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Ending the silence: The woman trying to start China's #MeToo moment

Sophia Huang Xueqin/dpa

China’s conservative culture and tight government controls over the media and civil society have so far prevented a discussion about sexual harassment from taking root. But one young journalist believes the country urgently needs to have its own #MeToo moment.

Beijing (dpa) – Sophia Huang Xueqin, a 29-year-old journalist from Guangzhou, was attending a workshop in Singapore earlier this year with participants from 13 countries when she felt the need to bring up the topic of sexual harassment in the workplace.

The women she talked to, hailing from other Asian countries, reflected her experiences: They, too, had been sexually harassed while doing their job.

Around the same time, in mid-October, the #MeToo hashtag swept over Western social media, with women sharing their stories of sexual harassment and assault. Huang jumped right in. She wrote "#METOO" on a piece of paper and posed for photos in colourful and artsy settings around Singapore.

She was determined to use the images to help start the conversation in China. But when she encouraged her social media friends to post pictures and share their experiences, she received just one set of pictures and no personal stories. She decided it would have to be done another way.

"In China we have a very strong conservative culture," Huang tells dpa. "Chinese women have a strong sense of humiliation when we suffer such harassment. We’re not comfortable going public with the details. We’re afraid of retaliation and of challenging the authority."

When stories of sexual harassment do emerge, victim-blaming is pervasive, says Feng Yuan, a women’s rights advocate and co-founder of Equality, a Beijing nonprofit. Because women have not been taught to speak out through sexual education, harassment is seen as devaluing the victim or as having been caused by the victim herself.

"It’s always on the woman: What did she do? What did she say? What did she wear?" says Eva Lee, a 35-year-old restaurant manager in Beijing.

In anonymous surveys, however, women do speak out. A study by two professors at City University of Hong Kong found that 80 per cent of working women in China had at some point in their careers experienced sexual harassment. And a Peking University survey found that 35 per cent of Chinese university students have experienced sexual violence or harassment.

Huang decided to launch a survey of her own – one focussing on the experiences of female journalists in China.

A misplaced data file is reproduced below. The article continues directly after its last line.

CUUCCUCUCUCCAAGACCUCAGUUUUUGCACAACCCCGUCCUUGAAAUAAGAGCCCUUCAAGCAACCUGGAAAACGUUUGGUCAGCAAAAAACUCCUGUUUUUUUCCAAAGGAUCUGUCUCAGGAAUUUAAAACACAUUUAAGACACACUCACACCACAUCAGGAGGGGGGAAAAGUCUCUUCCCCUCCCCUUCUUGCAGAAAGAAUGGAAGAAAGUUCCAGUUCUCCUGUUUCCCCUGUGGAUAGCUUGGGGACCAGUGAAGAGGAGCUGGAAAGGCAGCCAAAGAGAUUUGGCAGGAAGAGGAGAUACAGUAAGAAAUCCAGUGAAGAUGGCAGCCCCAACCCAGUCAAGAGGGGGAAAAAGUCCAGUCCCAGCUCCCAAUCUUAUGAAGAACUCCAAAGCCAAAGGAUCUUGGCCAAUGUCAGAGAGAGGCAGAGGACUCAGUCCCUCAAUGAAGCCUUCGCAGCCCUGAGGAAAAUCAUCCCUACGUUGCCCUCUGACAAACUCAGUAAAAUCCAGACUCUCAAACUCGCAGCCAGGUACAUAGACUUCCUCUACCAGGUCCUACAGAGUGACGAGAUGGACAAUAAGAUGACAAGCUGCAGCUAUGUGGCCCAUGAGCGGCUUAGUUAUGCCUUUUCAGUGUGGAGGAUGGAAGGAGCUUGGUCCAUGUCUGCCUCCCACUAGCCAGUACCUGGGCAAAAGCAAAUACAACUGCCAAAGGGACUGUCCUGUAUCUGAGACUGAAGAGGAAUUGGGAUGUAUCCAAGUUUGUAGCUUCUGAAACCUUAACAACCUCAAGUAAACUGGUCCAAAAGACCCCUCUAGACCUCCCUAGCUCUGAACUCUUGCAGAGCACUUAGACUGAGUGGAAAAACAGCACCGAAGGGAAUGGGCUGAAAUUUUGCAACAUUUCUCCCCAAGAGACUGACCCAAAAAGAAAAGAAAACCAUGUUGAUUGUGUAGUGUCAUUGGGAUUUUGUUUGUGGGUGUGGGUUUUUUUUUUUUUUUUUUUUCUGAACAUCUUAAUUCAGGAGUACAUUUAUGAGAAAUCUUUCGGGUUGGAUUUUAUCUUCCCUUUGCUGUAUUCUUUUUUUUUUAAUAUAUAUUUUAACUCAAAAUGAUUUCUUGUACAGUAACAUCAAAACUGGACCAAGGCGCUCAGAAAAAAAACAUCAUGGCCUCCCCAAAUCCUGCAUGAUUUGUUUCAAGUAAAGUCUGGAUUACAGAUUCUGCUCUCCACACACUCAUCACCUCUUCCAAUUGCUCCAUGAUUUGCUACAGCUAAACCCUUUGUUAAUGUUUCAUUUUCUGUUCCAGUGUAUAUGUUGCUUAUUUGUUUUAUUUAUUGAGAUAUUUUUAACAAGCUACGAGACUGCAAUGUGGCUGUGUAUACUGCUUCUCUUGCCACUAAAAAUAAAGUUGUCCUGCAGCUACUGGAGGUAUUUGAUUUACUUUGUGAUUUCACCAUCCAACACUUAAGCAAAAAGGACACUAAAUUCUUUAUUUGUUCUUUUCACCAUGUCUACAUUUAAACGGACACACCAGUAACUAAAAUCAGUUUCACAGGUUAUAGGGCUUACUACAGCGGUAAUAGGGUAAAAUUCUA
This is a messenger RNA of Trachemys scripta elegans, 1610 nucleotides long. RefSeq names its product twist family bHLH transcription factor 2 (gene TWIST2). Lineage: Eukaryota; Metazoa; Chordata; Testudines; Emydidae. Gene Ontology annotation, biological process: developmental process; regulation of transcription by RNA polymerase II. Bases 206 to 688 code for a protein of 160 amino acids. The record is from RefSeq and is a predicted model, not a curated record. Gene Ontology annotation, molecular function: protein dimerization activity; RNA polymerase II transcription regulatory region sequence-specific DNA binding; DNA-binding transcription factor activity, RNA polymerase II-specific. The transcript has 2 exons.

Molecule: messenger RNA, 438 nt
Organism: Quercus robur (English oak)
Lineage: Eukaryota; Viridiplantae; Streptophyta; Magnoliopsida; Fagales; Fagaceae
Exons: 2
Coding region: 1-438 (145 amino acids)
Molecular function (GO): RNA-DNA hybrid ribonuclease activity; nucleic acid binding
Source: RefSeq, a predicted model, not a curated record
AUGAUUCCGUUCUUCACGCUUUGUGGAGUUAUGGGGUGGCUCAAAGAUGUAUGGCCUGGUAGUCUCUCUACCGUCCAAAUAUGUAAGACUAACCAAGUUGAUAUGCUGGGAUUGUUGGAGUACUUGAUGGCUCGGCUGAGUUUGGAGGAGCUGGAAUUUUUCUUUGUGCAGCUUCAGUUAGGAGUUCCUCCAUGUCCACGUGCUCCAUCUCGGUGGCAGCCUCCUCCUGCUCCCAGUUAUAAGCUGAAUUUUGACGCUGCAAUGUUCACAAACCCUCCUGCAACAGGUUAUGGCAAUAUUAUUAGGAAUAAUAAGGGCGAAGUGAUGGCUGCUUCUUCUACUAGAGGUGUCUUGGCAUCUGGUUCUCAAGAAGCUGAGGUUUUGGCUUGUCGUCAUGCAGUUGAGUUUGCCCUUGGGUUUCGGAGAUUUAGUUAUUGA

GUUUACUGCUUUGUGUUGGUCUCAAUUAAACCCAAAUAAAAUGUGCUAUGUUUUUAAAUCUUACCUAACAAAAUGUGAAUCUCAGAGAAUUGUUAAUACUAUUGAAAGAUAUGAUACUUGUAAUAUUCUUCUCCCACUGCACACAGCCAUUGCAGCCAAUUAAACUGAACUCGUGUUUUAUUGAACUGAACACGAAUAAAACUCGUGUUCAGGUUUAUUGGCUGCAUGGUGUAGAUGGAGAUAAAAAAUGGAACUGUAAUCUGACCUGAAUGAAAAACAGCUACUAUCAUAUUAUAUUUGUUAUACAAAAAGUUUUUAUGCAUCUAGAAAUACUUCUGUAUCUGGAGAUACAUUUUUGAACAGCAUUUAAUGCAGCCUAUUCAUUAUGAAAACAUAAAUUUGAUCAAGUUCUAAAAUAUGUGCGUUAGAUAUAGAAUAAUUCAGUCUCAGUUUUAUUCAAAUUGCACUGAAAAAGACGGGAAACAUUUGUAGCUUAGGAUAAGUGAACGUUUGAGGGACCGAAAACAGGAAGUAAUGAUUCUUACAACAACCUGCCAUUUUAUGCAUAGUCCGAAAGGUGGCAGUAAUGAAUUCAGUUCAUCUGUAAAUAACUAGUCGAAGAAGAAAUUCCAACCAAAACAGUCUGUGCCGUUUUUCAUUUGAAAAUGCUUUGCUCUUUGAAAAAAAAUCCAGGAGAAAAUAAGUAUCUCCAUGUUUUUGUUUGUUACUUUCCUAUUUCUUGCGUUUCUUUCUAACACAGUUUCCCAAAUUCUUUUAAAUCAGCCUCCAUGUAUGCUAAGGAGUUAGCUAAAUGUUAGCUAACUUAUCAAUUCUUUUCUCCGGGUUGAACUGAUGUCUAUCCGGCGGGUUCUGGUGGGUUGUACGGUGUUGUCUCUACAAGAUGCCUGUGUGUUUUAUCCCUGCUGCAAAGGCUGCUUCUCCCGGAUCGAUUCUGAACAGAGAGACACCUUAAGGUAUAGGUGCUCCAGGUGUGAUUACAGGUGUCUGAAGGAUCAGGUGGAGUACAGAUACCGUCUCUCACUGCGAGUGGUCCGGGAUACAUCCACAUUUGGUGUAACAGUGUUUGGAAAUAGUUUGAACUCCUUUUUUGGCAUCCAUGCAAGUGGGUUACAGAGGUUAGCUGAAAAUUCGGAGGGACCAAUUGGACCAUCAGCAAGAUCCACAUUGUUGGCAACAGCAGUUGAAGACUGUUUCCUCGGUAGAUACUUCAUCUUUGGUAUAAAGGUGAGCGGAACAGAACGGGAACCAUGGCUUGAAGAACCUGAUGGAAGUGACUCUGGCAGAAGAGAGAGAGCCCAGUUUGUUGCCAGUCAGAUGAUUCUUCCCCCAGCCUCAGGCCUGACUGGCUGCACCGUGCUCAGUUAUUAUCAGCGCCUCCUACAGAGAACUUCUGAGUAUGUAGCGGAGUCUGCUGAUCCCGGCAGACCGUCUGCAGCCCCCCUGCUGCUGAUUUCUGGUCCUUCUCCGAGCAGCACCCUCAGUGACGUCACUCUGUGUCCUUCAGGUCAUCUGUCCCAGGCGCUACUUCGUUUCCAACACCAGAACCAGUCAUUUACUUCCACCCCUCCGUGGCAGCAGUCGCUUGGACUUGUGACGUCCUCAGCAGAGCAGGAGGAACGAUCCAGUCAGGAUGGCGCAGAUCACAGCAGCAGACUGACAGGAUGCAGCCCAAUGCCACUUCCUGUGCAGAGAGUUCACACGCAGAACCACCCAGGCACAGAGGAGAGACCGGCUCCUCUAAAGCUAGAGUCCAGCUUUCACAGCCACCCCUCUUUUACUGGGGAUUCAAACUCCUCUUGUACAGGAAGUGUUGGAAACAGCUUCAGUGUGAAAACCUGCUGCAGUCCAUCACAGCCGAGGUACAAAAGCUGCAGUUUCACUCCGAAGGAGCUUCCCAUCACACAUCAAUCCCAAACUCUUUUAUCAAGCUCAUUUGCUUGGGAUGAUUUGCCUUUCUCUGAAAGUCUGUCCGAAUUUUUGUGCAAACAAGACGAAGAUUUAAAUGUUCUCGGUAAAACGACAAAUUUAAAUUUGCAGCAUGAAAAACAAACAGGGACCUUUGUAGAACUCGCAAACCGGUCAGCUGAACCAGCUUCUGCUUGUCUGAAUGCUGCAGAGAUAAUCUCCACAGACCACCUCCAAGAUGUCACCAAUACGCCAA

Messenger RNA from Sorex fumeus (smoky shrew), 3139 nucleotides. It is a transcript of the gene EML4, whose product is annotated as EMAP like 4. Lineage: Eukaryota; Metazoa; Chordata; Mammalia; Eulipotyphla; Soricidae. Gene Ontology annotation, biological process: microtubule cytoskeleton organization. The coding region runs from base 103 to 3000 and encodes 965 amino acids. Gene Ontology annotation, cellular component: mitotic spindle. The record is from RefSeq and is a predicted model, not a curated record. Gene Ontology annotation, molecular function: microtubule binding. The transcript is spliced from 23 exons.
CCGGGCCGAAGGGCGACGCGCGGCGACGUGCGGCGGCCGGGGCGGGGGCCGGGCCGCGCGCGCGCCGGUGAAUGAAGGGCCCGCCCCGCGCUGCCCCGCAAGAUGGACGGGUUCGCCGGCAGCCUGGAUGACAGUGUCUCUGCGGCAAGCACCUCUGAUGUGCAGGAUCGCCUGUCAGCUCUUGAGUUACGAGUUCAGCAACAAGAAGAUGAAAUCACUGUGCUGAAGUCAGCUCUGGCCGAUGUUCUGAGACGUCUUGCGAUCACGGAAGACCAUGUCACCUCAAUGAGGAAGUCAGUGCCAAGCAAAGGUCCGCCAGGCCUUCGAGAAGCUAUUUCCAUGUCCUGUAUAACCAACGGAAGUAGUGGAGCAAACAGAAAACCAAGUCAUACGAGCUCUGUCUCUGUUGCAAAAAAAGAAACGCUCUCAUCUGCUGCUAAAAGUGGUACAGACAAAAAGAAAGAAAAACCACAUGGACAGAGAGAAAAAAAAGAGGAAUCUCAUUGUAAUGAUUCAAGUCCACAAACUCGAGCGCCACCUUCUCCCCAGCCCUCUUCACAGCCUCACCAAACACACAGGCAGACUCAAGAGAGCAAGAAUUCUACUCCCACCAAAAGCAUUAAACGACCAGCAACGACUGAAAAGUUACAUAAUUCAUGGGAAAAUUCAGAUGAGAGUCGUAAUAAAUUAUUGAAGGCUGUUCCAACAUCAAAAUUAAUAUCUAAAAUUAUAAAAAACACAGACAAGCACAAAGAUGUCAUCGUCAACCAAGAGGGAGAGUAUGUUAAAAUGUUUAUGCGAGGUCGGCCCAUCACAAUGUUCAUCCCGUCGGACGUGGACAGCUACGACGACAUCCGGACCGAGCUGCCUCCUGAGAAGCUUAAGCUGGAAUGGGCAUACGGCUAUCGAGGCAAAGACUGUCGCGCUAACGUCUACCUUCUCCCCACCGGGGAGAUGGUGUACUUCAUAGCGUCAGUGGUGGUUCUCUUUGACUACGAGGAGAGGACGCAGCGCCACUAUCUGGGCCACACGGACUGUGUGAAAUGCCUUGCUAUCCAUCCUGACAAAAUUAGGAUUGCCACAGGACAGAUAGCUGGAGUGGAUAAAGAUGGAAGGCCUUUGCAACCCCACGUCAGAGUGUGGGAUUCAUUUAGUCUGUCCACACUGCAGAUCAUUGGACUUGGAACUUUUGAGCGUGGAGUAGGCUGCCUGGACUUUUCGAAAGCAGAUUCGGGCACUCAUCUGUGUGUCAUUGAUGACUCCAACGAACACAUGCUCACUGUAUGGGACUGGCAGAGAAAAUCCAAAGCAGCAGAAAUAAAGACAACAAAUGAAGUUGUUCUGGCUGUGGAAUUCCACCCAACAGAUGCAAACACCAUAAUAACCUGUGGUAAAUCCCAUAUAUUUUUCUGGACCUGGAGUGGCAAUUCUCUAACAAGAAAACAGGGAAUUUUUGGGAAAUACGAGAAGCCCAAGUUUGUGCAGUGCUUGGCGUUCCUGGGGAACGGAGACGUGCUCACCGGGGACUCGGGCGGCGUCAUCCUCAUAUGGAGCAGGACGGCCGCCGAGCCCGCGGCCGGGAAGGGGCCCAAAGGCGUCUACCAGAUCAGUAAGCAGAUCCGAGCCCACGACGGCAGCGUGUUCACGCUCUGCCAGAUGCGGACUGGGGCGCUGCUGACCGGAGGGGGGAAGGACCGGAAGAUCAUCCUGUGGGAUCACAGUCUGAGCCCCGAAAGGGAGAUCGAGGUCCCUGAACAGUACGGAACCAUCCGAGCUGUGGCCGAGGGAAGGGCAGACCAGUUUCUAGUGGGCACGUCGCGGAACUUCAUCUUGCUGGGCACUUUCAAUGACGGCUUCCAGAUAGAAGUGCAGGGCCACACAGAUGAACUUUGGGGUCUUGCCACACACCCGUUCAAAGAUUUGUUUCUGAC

"I am more familiar with this situation," she says. "Journalists are supposed to be more resourceful, to know how to protect themselves. But if this group has this problem, it means it’s a national one."

The issue is deeply personal to her. During her first job post-graduation at a news agency in 2011, she was forced to fend off an attack by a senior colleague. They had both travelled to the southern city of Shenzhen for a story and were spending the night at a hotel. The colleague suggested that they work out of her hotel room. With her tight deadline in mind, she agreed.

The man soon started touching and kissing her, ignoring her requests for him to stop, she says. Huang kicked his crotch and ran out of the room. She resigned from her job a month later.

Aside from telling a few close friends, she kept quiet about the incident – until last year, when social media comments blaming a 21-year-old female journalist who had reportedly been raped by an older colleague, pushed her buttons.

In June 2016, Huang published a detailed account on the WeChat messaging platform of the sexual harassment she had experienced. Talking about it again in Singapore made her realize it still bothered her.

"It’s a scar, it has healed, but I didn’t really take care of it, so it still hurts when I touch it," she says.

Until she decided to speak out, Huang was like the almost 55 per cent of the respondents to her survey, who said they kept quiet about being harassed. Only 0.5 per cent reported it to police, while 4.2 per cent contacted HR.

A reason why Chinese women rarely report their abusers is that they don’t trust that the law will protect them, says Liu Furui, an editor at the nonprofit Media Monitor for Women Network.

Along with the survey, Huang has also launched an online platform – called AntiSexualHarassment (ATSH) – which she envisions as a set of resources for survivors and a place where they can share their stories. She has already been contacted by women’s rights experts and lawyers and hopes to set up a system of workplace training for preventing sexual harassment.

She also wants to help women speak out against high-profile abusers in a way similar to the singling out of famous and powerful men in the United States.

But her work is not without risks. The Chinese government regularly cracks down on activists of all kinds. In 2015, a group of women called the Feminist Five were arrested for trying to start a campaign against sexual harassment on public transportation.

Huang says she is aware of the risks and believes the government should play a bigger part in preventing sexual harassment.

"I feel like this is something I should do and it’s the right thing to do, even if it will take a lot of time."

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